Modern-day academia, (and thus the university system) is an unbroken loop of self-regulating, self-perpetuating, self-promoting, ego-centric elitists where the prime qualifications for maintaining “impeccable credentials” is to hold the faith, retain those concepts learned by rote, and be able to repeat them as taught. And I’m supposed to be impressed? Keep in mind, once you attain that Ph.D, you don’t have to accomplish one single thing, and you don’t have to make any contribution in understanding our world in order to be considered one of the establishment elite. Within academia, it is sufficient to theorize some minor facet of a known and familiar science, do some tests, document the same, and then,( and this is the key element,) do whatever it takes to get your results published. After all, publication to physicists and scientists is the ultimate goal. Never mind that your obscure work will never be read, never mind that your determinations are meaningless. Just get published. Ride the current and don’t make waves. And this approach is meaningful and superior?

The only thing that should matter to anyone is the end result. The result of our newly graduating Ph.D’s is that they have the basics, but until one may contribute to our collective knowledge, or successfully accomplish a breakthrough, then all they have done is spend time in a specified regimen.

Our current educational system is stagnant, and is turning out stagnancy. That is why we are doing the same old things with brighter, newer equipment.”

© Ruel F. Pepa, May 2010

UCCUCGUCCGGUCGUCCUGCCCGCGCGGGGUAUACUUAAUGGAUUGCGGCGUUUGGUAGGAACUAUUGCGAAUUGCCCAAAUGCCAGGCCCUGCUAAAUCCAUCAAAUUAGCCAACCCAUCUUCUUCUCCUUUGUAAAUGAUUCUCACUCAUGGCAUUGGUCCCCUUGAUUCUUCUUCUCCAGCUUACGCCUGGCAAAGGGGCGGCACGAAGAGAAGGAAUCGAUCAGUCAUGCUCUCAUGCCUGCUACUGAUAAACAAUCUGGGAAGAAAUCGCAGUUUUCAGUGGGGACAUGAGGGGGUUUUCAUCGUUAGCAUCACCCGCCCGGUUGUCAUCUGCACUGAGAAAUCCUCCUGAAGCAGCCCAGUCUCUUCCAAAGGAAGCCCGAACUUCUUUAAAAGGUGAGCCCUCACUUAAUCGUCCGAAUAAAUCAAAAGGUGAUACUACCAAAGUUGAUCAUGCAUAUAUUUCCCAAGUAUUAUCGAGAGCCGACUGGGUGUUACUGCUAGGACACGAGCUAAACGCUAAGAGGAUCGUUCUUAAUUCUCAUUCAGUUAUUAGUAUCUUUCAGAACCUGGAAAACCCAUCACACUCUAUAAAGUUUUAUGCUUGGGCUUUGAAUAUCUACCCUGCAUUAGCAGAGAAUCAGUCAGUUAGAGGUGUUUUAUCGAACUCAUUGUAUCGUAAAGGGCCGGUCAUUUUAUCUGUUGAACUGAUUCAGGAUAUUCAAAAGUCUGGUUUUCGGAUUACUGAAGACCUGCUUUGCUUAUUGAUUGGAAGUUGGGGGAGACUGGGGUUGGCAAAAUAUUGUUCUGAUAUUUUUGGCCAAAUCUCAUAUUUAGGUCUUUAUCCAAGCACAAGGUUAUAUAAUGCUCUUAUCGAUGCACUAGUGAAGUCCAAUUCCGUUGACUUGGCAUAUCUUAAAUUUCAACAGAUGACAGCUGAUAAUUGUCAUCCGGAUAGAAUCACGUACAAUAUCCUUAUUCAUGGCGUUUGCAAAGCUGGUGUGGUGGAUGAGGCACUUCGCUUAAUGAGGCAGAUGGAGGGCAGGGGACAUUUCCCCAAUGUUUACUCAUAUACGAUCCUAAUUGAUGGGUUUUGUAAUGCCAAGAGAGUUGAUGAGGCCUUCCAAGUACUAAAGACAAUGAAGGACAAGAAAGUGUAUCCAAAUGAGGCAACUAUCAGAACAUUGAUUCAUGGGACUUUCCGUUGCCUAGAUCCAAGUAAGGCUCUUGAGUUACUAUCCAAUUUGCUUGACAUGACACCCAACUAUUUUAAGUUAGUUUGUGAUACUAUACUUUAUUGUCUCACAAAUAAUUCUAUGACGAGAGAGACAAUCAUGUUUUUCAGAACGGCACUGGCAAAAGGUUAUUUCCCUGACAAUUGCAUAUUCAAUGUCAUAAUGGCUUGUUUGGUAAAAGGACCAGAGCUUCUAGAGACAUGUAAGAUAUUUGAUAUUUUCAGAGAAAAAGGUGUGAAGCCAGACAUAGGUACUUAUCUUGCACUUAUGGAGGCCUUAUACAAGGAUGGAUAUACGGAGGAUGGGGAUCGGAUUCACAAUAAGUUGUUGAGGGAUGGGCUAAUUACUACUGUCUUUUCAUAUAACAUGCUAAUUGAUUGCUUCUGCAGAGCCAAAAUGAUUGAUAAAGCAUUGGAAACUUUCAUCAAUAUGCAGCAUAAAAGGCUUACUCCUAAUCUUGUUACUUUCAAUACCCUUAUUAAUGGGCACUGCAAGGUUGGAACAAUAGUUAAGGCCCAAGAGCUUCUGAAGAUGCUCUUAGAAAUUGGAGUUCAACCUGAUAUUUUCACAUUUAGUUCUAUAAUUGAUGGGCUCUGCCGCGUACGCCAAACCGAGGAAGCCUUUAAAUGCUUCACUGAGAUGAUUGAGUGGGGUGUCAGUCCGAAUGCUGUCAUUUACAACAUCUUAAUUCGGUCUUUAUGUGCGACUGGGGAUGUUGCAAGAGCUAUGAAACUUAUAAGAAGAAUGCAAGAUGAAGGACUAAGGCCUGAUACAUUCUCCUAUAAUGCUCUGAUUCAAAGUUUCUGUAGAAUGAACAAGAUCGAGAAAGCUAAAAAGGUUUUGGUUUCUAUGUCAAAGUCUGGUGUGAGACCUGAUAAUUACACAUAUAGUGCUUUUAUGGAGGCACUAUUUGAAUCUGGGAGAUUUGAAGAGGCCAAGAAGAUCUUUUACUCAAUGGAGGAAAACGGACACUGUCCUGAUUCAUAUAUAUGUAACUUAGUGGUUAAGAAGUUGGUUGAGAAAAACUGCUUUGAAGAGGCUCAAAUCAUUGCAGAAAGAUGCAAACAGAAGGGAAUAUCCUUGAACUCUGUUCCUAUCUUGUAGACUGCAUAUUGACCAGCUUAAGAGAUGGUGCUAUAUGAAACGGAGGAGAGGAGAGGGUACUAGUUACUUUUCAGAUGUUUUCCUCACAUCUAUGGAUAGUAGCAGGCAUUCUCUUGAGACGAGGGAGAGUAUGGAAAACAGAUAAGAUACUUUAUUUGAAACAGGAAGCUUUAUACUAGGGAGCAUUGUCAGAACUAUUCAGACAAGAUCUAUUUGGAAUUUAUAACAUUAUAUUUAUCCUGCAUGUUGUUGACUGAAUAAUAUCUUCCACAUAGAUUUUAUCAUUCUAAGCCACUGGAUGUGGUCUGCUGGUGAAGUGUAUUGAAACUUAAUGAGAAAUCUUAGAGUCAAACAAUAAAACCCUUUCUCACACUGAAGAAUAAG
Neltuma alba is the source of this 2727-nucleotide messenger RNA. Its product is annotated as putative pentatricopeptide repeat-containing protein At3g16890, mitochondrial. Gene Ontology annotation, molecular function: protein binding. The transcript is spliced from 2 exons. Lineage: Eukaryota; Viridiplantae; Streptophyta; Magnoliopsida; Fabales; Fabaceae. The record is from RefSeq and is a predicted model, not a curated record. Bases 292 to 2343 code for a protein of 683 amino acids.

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I was at the Cavite provincial office of the Department of Education (DepEd) more than a month ago. While waiting for the person I was supposed to see, a broad organizational chart with the names of specifically designated individuals filling various official positions on display right at the office’s lobby was quite visible once I entered the premises. As I looked very closely I was sort of amused to find out that most of them–if not all–were holders of the Doctor of Education (Ed.D.) degree.

With all this in mind while leaving the place afterwards, I couldn’t help but reflect on a very serious matter besetting the quality and standard of education we have in the elementary and secondary levels most basically in the public schools as well as in myriads of substandard private schools being run mainly for business. The whole pathetic situation has been going on despite the fact that we have an “army” of Ed.D. degree holders who are supposed to be experts and specialists in the formulation of more effective and efficient educational and pedagogical theories on the basis of empirical research studies these people are supposed to be doing instead of merely proudly displaying and flaunting their “bubble” degrees devoid of credible substance.